Global Presence of the Indian Disaspora

Indians are more enterprising and successful when they go to other countries. This was old story. Today the same people are turning India upside down and making it a happening place. But the wealth from abroad and success quotient is a strong inspiration. From the entrance to exit most of the developed countries boosts Indians. They are energetic, enterprising and quick. Whether London or Lisbon or Washington or Warsaw, there is no shortage for Indians.

The Times of India writes (9 october 2009)

This may well be the ultimate ode to the globetrotting Indian who, for centuries, has been criss-crossing the world in search of
opportunity and adventure — Indian citizens are today permanent residents of all but three countries in the world.

The ministry of overseas Indian affairs has registered the presence of Non-Resident Indians (NRIs) in 180 of 183 countries of the world. The numbers may vary from just two in Lebanon to almost a million in the United States of America but the fact is that Indians call the whole world their home. It is only in North Korea, Pakistan and Bhutan that not a single NRI is to be found.

NRIs are Indians, who like steel tycoon Laxmi Mittal, proudly hold on to their blue Indian passports while living in another country. They are also different from ordinary Indian citizens who obtain visas and go abroad to work or study for a limited period of time. NRIs remain citizens of India but enjoy the right to live and work permanently in another country of their choice.

Indians can now be found in the remotest corners of the Earth. Go to the Republic of Palau, a speck of an island nation in the Pacific Ocean which is one of the world’s youngest sovereign states, and you will find five NRIs there. And don’t be surprised to find 20 of them living in the mountains of Bolivia or a 375-strong Indian community living in tiny Djibouti on the Horn of Africa.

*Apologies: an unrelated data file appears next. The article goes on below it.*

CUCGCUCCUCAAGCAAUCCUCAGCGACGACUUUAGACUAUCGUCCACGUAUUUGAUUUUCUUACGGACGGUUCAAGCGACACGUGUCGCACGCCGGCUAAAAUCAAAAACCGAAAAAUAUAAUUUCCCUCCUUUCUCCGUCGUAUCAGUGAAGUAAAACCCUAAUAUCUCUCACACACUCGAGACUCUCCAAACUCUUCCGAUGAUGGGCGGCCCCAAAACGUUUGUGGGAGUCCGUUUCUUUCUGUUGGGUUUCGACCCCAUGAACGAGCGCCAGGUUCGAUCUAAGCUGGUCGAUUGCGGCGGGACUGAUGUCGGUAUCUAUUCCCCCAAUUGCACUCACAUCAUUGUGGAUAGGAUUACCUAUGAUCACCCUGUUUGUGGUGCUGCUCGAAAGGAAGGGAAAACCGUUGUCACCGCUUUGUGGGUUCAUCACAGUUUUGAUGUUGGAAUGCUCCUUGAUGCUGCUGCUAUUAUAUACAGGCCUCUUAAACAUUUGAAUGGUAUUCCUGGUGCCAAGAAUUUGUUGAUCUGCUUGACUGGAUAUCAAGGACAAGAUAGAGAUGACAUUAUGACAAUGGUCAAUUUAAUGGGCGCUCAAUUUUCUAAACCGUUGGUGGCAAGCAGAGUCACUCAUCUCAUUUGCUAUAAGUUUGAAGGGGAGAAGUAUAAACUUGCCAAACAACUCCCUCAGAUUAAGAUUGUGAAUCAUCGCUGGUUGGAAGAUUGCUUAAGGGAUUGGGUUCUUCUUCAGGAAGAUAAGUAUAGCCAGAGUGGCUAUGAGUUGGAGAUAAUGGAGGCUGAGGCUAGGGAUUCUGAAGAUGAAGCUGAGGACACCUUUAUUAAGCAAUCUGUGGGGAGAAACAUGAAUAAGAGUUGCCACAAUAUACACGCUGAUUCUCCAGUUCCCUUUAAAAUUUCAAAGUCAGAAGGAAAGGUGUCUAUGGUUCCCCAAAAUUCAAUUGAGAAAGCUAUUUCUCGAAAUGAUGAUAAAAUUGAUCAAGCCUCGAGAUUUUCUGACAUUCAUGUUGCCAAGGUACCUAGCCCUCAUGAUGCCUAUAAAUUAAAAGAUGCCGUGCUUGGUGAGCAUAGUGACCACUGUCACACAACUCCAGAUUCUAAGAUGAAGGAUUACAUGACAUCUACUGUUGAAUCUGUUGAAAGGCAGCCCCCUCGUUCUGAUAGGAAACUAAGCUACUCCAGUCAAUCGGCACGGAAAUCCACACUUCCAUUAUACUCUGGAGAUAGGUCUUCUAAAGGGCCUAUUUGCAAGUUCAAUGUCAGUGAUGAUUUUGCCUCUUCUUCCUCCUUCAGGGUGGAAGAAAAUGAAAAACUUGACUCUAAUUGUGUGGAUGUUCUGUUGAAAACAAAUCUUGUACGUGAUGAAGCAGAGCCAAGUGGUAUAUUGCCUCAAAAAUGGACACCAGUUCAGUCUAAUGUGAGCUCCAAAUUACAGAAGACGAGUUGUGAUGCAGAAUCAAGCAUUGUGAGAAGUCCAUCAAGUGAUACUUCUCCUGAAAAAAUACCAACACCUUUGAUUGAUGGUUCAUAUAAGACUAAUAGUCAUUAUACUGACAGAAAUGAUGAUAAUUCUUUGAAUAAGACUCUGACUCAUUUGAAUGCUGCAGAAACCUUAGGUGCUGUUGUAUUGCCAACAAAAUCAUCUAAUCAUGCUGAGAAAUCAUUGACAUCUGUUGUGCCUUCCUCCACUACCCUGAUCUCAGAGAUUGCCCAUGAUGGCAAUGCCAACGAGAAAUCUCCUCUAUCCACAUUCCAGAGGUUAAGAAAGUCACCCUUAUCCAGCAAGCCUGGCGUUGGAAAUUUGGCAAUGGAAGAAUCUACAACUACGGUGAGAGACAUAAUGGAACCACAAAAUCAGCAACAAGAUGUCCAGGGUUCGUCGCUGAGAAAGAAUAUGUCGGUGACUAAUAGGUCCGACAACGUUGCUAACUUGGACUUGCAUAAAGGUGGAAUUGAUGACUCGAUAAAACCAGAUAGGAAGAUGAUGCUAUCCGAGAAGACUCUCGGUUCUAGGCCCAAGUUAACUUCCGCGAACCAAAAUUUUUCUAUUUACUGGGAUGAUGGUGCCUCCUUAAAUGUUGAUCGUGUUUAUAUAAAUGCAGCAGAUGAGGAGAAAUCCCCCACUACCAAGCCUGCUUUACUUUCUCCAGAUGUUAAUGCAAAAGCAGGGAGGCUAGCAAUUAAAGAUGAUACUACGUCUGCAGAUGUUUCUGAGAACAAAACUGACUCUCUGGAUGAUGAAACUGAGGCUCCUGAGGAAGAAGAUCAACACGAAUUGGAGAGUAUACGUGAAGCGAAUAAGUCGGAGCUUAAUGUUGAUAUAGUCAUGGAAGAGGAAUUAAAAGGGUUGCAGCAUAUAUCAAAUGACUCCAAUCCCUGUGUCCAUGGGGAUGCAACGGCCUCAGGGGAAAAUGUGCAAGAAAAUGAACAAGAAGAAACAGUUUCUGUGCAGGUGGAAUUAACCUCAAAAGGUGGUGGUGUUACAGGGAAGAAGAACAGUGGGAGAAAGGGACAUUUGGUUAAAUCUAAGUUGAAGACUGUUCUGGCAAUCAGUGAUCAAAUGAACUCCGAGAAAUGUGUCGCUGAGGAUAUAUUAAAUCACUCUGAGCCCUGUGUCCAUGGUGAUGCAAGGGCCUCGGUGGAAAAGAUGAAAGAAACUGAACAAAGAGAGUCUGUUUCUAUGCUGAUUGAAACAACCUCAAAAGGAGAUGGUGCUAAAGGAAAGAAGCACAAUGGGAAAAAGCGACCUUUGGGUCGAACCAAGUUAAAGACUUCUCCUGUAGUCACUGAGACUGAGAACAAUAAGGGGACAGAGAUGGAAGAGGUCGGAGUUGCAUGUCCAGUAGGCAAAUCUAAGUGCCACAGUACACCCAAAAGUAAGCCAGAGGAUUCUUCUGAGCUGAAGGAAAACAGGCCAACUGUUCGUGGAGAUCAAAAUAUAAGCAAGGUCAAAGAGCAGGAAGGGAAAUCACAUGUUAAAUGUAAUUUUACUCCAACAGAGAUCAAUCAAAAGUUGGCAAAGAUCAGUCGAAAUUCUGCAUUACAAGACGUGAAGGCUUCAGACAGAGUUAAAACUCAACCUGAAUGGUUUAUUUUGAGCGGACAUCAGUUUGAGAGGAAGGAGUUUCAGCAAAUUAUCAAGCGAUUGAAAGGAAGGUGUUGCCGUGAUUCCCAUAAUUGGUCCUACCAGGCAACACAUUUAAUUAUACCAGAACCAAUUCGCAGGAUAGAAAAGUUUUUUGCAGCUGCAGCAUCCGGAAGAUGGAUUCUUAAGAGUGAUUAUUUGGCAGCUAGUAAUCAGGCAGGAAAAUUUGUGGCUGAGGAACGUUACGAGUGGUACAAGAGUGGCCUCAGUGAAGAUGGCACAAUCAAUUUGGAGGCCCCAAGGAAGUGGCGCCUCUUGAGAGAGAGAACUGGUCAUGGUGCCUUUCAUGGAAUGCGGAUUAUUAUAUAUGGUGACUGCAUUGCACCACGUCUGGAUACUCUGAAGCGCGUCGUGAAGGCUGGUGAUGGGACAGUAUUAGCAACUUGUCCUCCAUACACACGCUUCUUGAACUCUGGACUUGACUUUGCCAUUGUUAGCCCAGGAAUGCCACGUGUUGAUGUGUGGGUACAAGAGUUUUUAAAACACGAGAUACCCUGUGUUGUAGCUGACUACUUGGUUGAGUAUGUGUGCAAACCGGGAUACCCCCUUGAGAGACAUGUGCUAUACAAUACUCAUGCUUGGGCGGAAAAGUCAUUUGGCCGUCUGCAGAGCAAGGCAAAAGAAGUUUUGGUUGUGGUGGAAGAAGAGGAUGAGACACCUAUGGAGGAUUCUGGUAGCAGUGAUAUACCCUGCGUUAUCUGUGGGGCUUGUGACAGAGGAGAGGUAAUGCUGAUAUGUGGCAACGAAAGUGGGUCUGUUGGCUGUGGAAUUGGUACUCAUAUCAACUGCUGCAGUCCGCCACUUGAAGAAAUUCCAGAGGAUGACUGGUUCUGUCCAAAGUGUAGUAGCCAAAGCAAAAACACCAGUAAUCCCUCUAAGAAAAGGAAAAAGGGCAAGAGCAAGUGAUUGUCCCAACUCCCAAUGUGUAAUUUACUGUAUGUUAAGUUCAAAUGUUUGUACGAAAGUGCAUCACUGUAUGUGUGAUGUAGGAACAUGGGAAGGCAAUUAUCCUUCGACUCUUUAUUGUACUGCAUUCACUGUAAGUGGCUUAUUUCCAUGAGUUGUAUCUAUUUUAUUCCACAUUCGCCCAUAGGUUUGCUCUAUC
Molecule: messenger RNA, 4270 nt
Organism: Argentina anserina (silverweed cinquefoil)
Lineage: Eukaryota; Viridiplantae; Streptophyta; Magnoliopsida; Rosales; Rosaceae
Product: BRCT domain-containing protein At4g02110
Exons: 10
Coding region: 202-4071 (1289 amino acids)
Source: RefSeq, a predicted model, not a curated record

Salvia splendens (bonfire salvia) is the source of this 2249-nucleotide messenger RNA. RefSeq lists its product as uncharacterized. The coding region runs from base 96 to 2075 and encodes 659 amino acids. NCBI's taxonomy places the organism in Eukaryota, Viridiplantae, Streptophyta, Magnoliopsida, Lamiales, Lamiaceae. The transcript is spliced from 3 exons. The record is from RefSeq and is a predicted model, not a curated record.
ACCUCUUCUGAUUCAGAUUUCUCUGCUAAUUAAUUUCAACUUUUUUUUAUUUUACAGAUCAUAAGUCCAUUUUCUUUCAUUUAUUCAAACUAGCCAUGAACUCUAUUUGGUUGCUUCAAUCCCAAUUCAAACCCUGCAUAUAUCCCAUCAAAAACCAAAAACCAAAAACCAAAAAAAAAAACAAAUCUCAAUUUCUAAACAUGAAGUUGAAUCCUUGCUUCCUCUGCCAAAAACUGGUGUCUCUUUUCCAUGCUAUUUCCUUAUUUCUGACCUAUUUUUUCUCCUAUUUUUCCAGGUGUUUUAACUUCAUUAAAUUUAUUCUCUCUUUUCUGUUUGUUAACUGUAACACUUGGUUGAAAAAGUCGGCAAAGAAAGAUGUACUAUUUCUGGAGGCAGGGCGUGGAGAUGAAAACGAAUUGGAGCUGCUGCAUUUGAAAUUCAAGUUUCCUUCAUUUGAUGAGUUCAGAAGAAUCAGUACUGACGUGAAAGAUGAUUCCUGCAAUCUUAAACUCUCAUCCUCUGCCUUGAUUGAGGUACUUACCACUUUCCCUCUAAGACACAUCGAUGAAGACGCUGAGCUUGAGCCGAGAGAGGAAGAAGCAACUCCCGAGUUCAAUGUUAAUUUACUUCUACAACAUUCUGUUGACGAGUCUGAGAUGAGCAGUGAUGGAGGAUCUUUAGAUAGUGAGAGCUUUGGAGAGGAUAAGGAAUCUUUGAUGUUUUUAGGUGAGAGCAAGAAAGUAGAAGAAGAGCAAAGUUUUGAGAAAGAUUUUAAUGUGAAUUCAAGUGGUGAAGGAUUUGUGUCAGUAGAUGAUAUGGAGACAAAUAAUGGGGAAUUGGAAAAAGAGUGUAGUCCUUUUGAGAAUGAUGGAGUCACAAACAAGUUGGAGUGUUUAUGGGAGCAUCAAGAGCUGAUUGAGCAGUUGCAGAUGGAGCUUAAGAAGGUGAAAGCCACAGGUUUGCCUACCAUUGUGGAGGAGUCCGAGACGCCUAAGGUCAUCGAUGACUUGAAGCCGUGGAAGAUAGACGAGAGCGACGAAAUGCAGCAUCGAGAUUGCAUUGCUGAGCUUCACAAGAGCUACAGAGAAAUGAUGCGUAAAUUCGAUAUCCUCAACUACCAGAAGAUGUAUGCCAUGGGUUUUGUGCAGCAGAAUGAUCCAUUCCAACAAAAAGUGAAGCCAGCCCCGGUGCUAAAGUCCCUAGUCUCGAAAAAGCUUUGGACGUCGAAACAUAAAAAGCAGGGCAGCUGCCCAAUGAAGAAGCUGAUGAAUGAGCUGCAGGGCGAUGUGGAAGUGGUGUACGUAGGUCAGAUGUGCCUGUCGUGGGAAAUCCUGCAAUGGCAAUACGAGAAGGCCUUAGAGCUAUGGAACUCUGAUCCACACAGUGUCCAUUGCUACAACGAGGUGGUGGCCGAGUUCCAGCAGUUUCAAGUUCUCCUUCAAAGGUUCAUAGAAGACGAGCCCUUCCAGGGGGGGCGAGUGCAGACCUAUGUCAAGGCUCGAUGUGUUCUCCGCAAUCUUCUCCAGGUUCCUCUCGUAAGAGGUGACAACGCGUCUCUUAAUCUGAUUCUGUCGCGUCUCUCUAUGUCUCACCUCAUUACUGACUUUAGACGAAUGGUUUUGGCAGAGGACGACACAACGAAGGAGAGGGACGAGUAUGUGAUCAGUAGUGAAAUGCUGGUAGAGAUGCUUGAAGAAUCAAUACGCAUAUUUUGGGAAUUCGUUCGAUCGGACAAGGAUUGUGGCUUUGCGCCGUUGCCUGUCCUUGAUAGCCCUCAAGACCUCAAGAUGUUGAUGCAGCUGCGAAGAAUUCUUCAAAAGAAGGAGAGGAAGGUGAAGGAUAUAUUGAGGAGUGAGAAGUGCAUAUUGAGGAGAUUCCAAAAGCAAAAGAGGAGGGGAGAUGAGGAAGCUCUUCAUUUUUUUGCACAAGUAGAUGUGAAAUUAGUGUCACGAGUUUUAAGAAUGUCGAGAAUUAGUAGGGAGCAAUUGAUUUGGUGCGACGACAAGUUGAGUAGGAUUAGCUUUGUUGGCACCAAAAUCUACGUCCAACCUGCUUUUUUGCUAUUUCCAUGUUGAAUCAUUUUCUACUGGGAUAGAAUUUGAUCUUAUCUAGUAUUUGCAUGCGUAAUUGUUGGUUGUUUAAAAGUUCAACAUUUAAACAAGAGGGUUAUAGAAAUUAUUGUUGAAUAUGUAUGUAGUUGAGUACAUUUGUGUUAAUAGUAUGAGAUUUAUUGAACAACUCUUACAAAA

Historically, Indian communities have had a major presence in several parts of the world. Be it Gujarati merchants who settled in East Africa, Tamil Chettiars who lived in south-east Asia or indentured labourers taken from Bihar to work on plantations in the West Indies, Indians have been migrating to other countries for centuries. During the two World Wars, they fought for the British army and settled down in the United Kingdom, the United States and Canada. The NRIs were a post-independence addition to this long list of migrants.

But it is also true that, historically, the NRI’s favoured destinations have been First World countries or West Asia, where employment opportunities abound. But the latest data confirm that in a globalized world, NRIs are making opportunities in literally every corner of the Earth.

The largest number of NRIs are in Saudi Arabia (17 lakh) followed by the United Arab Emirates (14 lakh) and the US (9 lakh) but what is more fascinating is they can also be found — albeit in minuscule numbers — in Slovenia (10), Montserrat (10), Iceland (21), Bosnia and Herzegovina (30) and Burkina Faso (150).

Experts also point out that, if People of Indian Origin (PIOs) — a term for citizens of other countries who have an Indian ancestry — are included, then both Pakistan and Bhutan would also find it difficult to shake off the Indian links to their populations. diaspora

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